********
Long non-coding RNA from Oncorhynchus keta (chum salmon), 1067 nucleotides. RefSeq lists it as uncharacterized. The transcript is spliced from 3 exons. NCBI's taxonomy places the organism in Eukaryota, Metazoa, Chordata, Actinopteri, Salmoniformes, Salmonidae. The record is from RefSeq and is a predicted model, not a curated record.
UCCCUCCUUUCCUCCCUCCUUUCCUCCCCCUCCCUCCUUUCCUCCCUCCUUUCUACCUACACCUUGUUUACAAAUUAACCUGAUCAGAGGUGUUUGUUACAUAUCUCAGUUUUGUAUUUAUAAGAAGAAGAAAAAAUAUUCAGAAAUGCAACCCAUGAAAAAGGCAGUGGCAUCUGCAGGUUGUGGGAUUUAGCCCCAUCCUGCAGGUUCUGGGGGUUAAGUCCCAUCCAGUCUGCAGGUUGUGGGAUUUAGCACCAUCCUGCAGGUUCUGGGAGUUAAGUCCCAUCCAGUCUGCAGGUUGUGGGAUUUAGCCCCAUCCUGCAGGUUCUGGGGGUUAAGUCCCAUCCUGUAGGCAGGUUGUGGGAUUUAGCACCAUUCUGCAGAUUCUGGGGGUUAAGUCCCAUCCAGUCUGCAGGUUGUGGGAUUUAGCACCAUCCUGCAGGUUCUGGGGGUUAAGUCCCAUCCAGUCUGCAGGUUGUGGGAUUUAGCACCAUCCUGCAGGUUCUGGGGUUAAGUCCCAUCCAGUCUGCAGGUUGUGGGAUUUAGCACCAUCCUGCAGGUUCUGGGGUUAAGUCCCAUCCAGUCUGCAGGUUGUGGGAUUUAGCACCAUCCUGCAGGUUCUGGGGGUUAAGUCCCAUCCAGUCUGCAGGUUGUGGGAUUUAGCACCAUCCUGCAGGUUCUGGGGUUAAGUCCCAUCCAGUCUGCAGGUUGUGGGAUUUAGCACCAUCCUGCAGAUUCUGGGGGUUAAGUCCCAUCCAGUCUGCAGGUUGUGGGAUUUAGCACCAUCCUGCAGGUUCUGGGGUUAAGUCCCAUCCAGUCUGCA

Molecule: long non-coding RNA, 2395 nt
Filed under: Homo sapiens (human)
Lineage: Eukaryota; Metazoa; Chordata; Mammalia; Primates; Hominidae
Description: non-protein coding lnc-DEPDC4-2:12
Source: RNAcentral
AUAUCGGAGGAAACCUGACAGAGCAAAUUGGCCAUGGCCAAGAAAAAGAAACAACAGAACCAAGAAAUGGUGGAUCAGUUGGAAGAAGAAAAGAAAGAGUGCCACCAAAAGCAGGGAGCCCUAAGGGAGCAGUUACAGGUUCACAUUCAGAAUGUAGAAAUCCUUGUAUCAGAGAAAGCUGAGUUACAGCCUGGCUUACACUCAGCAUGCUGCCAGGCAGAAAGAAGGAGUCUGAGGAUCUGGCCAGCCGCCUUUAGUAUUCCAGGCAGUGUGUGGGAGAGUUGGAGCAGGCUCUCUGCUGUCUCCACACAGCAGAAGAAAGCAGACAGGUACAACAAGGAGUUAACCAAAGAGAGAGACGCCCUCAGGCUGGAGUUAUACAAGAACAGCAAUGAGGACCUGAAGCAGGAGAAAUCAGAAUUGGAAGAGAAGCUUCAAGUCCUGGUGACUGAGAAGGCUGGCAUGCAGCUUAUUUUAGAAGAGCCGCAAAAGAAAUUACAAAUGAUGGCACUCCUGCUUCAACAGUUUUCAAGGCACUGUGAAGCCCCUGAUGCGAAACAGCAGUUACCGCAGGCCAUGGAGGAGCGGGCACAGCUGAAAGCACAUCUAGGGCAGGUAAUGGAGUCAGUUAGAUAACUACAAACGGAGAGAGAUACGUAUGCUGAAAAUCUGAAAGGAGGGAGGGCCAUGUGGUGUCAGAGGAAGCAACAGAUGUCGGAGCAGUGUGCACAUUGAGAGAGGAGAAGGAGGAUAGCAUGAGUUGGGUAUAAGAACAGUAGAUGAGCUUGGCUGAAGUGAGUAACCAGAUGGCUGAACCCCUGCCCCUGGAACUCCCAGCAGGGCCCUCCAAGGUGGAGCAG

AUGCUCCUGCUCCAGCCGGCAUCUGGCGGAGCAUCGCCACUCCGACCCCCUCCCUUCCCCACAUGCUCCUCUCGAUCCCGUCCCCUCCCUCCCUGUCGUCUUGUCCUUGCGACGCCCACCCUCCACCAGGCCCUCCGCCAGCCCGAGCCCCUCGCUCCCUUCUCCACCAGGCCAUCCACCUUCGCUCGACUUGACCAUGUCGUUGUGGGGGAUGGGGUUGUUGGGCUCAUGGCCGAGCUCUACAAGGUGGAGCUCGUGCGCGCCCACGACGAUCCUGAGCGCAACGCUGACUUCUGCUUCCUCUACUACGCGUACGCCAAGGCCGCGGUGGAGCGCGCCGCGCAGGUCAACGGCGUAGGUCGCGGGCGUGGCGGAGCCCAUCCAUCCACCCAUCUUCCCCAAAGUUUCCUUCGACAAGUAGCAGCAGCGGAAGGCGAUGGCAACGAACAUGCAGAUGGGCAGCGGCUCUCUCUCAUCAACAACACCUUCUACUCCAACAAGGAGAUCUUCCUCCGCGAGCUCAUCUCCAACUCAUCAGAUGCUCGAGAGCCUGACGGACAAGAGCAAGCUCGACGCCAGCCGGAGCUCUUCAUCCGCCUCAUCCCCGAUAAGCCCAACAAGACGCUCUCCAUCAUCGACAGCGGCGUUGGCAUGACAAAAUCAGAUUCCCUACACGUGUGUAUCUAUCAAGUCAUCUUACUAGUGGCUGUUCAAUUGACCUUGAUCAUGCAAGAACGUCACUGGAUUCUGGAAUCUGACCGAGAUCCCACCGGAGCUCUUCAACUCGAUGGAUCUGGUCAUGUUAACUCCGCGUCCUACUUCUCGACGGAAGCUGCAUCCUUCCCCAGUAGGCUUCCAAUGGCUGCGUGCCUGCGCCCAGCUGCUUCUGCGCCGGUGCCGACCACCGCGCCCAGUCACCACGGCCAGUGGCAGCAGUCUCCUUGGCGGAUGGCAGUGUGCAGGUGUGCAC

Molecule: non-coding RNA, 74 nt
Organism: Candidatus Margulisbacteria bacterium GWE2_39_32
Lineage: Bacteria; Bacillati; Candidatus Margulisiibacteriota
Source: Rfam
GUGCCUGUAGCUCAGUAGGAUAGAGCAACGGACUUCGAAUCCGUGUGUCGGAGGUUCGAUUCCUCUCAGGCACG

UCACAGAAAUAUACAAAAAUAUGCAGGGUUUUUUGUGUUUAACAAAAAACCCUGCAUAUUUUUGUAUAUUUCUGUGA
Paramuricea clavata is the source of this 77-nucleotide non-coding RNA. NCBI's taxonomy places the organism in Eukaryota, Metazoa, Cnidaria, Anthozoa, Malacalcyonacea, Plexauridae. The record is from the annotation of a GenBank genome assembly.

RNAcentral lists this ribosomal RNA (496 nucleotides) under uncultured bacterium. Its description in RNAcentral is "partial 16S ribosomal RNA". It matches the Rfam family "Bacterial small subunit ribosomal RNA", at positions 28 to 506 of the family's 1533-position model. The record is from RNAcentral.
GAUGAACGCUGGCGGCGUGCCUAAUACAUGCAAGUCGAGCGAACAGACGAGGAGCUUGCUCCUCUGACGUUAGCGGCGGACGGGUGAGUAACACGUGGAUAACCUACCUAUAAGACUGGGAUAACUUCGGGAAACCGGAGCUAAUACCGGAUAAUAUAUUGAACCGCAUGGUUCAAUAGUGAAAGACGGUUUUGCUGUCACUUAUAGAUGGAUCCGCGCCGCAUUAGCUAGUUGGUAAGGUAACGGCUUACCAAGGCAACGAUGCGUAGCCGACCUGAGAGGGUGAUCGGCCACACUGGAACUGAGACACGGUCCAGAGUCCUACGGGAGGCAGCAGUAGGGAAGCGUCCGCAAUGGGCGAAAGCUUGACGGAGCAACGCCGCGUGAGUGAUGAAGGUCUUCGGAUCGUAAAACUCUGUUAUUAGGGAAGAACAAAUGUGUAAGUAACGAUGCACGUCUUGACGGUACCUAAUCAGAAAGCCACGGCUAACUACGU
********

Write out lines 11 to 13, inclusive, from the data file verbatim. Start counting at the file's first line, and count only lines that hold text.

Organism: Candidatus Margulisbacteria bacterium GWE2_39_32
Lineage: Bacteria; Bacillati; Candidatus Margulisiibacteriota
Source: Rfam